PENFIELD — Forget golf carts or walking. Youngsters will likely prefer touring the grounds of this weekend’s Historic Farm Days via train.

The trackless train, created by I&I Antique Tractor and Gas Engine Club member John Bensyl, will traverse the property several times each morning and afternoon.

A club member for nearly 35 years, Bensyl estimated he spent seven to eight months making the train.

“I started last November,” the Penfield resident said. “It didn’t start out to be that elaborate. It was just going to be a garden tractor with a barrel hood, something simple. But it got out of hand.”

Bensyl said he copied the look of the locomotive off of The Jupiter, a steam locomotive owned by the Central Pacific Railroad that made history when it joined the Union Pacific No. 119 at Promontory Summit, Utah, commemorating the completion of the first transcontinental railroad in 1869.

Saying he’s not a train buff, Bensyl still wanted the locomotive to look as authentic as possible.

“I’m a Ford tractor man,” having worked as a service manager at the Ford dealership in rural Urbana for 32 years. “My granddad was a section foreman on the CEI railroad. Now it’s the Union Pacific. It used to run through Royal, Villa Grove and next to Penfield.”

Bensyl’s experience as a handyman (he’s been in charge of the farm show’s blacksmith exhibit since 1990) played a big part in being able to make the train. He knows how to make things from scratch.

Originally just planning to place a barrel over the hood of the 18-horsepower Cub Cadet garden tractor to make it somewhat look like a train engine, Bensyl decided to go all out at the urging of friends. He built a cab out of plywood, and “I thought, ‘I’ve got to have a whistle.’”

He went to YouTube and learned how to make a train whistle out of PVC pipe.

“You’ve got to have some kind of air pressure to blow it, so I had to put an air compressor on it. It runs” off the power take-off.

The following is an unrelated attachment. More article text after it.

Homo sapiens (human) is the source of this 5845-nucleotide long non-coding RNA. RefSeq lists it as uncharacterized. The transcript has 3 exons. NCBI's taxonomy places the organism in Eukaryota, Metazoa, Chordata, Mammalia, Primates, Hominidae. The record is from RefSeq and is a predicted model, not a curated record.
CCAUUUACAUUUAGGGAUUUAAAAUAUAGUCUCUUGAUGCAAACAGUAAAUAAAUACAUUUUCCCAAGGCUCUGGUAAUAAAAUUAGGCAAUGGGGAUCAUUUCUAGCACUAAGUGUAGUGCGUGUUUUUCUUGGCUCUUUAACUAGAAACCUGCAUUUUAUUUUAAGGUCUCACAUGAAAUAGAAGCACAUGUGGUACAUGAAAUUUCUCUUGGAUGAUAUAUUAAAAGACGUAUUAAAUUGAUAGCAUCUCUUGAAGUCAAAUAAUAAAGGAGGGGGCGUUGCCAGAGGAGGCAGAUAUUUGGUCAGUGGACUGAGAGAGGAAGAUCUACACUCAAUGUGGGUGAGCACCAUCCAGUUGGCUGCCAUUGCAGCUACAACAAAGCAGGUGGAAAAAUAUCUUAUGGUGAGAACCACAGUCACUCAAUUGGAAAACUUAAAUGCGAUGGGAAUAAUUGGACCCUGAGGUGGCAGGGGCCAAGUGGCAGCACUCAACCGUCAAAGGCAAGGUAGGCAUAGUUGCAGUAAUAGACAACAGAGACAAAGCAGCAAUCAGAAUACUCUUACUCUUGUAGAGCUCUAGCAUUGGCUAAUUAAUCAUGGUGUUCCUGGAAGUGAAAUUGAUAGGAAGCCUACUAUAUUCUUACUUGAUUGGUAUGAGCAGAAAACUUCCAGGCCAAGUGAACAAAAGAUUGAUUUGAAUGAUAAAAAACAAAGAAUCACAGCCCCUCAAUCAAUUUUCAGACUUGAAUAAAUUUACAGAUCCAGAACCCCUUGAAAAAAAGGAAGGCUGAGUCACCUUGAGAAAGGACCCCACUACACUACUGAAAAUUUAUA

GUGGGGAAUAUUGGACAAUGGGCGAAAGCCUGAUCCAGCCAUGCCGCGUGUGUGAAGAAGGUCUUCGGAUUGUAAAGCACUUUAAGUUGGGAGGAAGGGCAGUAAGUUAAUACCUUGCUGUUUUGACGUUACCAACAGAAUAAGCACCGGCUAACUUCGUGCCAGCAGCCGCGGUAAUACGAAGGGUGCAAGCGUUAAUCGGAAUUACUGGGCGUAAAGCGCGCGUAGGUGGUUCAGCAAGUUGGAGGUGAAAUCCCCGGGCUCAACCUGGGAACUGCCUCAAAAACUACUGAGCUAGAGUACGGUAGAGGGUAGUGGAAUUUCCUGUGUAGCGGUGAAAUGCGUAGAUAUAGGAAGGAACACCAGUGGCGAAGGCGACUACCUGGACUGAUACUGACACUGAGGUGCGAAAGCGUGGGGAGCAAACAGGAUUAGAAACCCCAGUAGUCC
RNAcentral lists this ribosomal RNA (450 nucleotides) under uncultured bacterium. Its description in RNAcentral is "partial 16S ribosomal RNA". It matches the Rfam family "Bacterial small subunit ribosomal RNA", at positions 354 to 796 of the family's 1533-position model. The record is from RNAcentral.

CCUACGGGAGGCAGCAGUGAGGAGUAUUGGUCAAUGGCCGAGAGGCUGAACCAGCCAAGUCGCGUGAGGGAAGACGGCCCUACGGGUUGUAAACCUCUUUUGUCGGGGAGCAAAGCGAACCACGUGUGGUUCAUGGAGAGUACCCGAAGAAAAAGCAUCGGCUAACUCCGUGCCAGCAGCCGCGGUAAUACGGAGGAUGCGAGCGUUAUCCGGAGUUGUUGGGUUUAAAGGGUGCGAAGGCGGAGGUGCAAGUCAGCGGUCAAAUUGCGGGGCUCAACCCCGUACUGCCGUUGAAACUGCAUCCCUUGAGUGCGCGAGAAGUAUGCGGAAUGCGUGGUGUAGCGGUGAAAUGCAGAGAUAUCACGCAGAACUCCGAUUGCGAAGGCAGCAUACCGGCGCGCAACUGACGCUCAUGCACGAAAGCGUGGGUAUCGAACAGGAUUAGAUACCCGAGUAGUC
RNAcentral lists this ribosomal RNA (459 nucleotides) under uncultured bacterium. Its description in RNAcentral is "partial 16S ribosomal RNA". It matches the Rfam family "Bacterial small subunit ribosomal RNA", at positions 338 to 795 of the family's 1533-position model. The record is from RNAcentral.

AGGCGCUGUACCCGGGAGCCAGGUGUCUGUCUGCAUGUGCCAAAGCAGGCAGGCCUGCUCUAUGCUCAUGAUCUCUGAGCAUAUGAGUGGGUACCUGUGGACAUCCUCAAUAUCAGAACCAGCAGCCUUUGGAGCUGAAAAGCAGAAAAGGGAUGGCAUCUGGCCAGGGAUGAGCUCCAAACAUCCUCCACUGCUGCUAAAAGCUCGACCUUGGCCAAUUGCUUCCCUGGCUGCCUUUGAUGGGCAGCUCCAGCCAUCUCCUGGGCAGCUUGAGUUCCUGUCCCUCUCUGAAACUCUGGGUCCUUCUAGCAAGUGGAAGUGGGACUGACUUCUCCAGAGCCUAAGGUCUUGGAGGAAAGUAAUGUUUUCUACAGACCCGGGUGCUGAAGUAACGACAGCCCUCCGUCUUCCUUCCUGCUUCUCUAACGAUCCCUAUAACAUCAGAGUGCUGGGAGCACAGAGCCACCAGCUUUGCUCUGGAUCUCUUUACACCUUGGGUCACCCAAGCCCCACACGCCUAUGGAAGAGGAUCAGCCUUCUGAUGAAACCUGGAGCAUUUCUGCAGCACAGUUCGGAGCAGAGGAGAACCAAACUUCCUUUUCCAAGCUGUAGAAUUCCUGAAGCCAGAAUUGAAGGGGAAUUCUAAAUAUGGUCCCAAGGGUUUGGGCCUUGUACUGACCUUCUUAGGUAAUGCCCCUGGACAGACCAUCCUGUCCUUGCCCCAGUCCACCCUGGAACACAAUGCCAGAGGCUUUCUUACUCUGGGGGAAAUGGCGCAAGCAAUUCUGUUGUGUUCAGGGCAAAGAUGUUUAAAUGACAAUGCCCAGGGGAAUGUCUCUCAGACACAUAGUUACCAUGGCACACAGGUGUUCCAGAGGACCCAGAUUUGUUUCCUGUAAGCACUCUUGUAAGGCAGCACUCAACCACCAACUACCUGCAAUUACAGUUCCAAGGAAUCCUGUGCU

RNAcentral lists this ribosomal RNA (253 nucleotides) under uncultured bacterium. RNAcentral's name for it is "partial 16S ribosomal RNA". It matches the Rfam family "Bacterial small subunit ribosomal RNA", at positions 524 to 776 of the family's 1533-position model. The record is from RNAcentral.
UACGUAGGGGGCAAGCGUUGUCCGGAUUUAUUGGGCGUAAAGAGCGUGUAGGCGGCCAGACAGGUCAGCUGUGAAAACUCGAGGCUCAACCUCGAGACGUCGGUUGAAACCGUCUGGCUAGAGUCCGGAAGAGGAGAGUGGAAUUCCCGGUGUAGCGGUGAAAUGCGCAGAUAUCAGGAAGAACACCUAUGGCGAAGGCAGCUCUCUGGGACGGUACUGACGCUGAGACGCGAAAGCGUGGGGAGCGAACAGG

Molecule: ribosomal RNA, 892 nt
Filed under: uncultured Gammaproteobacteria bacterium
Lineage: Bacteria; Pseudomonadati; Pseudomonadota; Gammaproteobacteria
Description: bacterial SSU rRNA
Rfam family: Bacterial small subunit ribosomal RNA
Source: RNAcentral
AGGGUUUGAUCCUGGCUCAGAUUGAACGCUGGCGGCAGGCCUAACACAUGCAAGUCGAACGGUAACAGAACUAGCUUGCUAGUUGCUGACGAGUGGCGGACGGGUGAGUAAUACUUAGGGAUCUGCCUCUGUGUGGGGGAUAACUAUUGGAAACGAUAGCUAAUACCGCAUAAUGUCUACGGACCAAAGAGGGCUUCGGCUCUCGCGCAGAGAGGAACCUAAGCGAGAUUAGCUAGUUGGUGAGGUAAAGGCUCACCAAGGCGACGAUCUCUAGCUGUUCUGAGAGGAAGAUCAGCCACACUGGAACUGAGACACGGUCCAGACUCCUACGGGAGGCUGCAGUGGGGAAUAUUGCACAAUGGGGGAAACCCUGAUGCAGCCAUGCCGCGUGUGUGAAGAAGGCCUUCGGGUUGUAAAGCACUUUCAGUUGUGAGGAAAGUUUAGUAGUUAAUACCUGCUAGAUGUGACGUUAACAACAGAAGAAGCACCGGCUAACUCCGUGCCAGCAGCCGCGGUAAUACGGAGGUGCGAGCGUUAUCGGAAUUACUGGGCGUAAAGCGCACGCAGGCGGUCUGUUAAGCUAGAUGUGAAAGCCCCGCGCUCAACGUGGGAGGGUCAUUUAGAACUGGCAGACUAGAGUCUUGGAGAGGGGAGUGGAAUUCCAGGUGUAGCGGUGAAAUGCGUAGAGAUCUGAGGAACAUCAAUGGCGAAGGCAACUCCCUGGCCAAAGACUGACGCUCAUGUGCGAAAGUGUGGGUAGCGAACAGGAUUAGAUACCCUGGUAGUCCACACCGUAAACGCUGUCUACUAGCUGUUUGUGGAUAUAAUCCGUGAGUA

Paul’s Machine Shop in Villa Grove made the locomotive wheels for him.

“The pistons were made of 4-inch PVC pipe, and I put a wood insert in there, and there’s another piece of PVC in the middle that’s ... a piece of a garage door opener. It goes in and out when the wheels move,” he said.

Behind the cab is a section made to look like a railroad tender (coal car) that can hold a couple of passengers.

The train cars are made from plastic barrels cut in half and mounted on wheels.

Each car is equipped with seat belts and is decorated to highlight one of the eight vintage farm machinery lines featured at the show. Highlighted this year will be Ford and Versatile tractors and David Brown garden tractors.

The show, which opens today, runs through Sunday.

Daily attractions include corn shelling, a saw mill, threshing, potato digging, a blacksmith shop, field demonstrations, a museum, a one-room schoolhouse, a log cabin, a Chicago pneumatic engine, a trading post, parts and toy vendors and a flea market. An Abraham Lincoln re-enactor will be on the grounds all day Friday. Food stands also will be open.

A schedule of activities is available on the club’s website.

Our County Editor

Dave Hinton is editor of The News-Gazette's Our County section and former editor of the Rantoul Press. He can be reached at dhinton@news-gazette.com.

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